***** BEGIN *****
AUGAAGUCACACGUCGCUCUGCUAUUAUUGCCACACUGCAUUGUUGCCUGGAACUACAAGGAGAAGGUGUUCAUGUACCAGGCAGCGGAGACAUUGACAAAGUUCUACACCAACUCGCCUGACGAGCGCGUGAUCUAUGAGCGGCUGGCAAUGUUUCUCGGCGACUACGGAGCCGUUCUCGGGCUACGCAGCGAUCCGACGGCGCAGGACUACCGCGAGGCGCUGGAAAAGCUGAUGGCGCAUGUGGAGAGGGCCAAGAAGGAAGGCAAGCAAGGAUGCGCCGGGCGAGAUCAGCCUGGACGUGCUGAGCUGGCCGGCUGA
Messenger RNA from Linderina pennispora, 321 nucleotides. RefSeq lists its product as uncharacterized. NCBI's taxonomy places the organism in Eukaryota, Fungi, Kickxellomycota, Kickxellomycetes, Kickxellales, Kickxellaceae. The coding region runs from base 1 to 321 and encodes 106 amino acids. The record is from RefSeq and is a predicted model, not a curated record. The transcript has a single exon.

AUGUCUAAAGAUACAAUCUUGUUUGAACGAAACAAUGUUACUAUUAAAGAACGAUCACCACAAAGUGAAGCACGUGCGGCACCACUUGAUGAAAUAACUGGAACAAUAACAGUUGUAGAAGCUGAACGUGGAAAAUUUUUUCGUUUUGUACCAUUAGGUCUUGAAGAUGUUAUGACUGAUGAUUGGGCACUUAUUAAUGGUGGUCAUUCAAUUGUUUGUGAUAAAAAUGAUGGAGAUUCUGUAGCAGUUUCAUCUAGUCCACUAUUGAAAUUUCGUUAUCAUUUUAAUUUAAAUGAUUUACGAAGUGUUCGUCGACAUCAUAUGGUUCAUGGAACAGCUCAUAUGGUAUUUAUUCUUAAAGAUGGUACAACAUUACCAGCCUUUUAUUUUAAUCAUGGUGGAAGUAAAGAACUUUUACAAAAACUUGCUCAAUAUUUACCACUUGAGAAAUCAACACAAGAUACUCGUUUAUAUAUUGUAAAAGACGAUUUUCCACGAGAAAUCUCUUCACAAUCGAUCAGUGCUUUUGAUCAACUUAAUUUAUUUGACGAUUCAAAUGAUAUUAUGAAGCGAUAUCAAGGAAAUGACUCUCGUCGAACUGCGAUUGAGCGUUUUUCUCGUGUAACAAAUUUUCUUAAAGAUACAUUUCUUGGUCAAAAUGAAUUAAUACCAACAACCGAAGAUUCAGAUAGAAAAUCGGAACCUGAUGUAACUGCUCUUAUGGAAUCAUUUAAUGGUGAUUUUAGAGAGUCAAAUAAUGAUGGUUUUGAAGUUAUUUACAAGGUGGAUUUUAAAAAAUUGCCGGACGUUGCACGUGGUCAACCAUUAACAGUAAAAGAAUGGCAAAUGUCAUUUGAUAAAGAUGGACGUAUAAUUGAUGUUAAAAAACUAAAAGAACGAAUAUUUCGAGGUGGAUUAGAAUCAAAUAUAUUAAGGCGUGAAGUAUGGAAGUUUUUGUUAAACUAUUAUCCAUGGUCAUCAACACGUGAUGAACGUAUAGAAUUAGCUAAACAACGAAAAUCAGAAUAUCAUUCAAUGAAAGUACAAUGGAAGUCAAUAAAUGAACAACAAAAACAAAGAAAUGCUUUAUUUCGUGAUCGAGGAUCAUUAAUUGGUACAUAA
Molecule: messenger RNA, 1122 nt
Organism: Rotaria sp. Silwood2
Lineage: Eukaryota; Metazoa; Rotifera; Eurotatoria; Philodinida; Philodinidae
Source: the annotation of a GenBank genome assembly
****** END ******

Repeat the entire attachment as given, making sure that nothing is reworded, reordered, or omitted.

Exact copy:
AUGAAGUCACACGUCGCUCUGCUAUUAUUGCCACACUGCAUUGUUGCCUGGAACUACAAGGAGAAGGUGUUCAUGUACCAGGCAGCGGAGACAUUGACAAAGUUCUACACCAACUCGCCUGACGAGCGCGUGAUCUAUGAGCGGCUGGCAAUGUUUCUCGGCGACUACGGAGCCGUUCUCGGGCUACGCAGCGAUCCGACGGCGCAGGACUACCGCGAGGCGCUGGAAAAGCUGAUGGCGCAUGUGGAGAGGGCCAAGAAGGAAGGCAAGCAAGGAUGCGCCGGGCGAGAUCAGCCUGGACGUGCUGAGCUGGCCGGCUGA
Messenger RNA from Linderina pennispora, 321 nucleotides. RefSeq lists its product as uncharacterized. NCBI's taxonomy places the organism in Eukaryota, Fungi, Kickxellomycota, Kickxellomycetes, Kickxellales, Kickxellaceae. The coding region runs from base 1 to 321 and encodes 106 amino acids. The record is from RefSeq and is a predicted model, not a curated record. The transcript has a single exon.

AUGUCUAAAGAUACAAUCUUGUUUGAACGAAACAAUGUUACUAUUAAAGAACGAUCACCACAAAGUGAAGCACGUGCGGCACCACUUGAUGAAAUAACUGGAACAAUAACAGUUGUAGAAGCUGAACGUGGAAAAUUUUUUCGUUUUGUACCAUUAGGUCUUGAAGAUGUUAUGACUGAUGAUUGGGCACUUAUUAAUGGUGGUCAUUCAAUUGUUUGUGAUAAAAAUGAUGGAGAUUCUGUAGCAGUUUCAUCUAGUCCACUAUUGAAAUUUCGUUAUCAUUUUAAUUUAAAUGAUUUACGAAGUGUUCGUCGACAUCAUAUGGUUCAUGGAACAGCUCAUAUGGUAUUUAUUCUUAAAGAUGGUACAACAUUACCAGCCUUUUAUUUUAAUCAUGGUGGAAGUAAAGAACUUUUACAAAAACUUGCUCAAUAUUUACCACUUGAGAAAUCAACACAAGAUACUCGUUUAUAUAUUGUAAAAGACGAUUUUCCACGAGAAAUCUCUUCACAAUCGAUCAGUGCUUUUGAUCAACUUAAUUUAUUUGACGAUUCAAAUGAUAUUAUGAAGCGAUAUCAAGGAAAUGACUCUCGUCGAACUGCGAUUGAGCGUUUUUCUCGUGUAACAAAUUUUCUUAAAGAUACAUUUCUUGGUCAAAAUGAAUUAAUACCAACAACCGAAGAUUCAGAUAGAAAAUCGGAACCUGAUGUAACUGCUCUUAUGGAAUCAUUUAAUGGUGAUUUUAGAGAGUCAAAUAAUGAUGGUUUUGAAGUUAUUUACAAGGUGGAUUUUAAAAAAUUGCCGGACGUUGCACGUGGUCAACCAUUAACAGUAAAAGAAUGGCAAAUGUCAUUUGAUAAAGAUGGACGUAUAAUUGAUGUUAAAAAACUAAAAGAACGAAUAUUUCGAGGUGGAUUAGAAUCAAAUAUAUUAAGGCGUGAAGUAUGGAAGUUUUUGUUAAACUAUUAUCCAUGGUCAUCAACACGUGAUGAACGUAUAGAAUUAGCUAAACAACGAAAAUCAGAAUAUCAUUCAAUGAAAGUACAAUGGAAGUCAAUAAAUGAACAACAAAAACAAAGAAAUGCUUUAUUUCGUGAUCGAGGAUCAUUAAUUGGUACAUAA
Molecule: messenger RNA, 1122 nt
Organism: Rotaria sp. Silwood2
Lineage: Eukaryota; Metazoa; Rotifera; Eurotatoria; Philodinida; Philodinidae
Source: the annotation of a GenBank genome assembly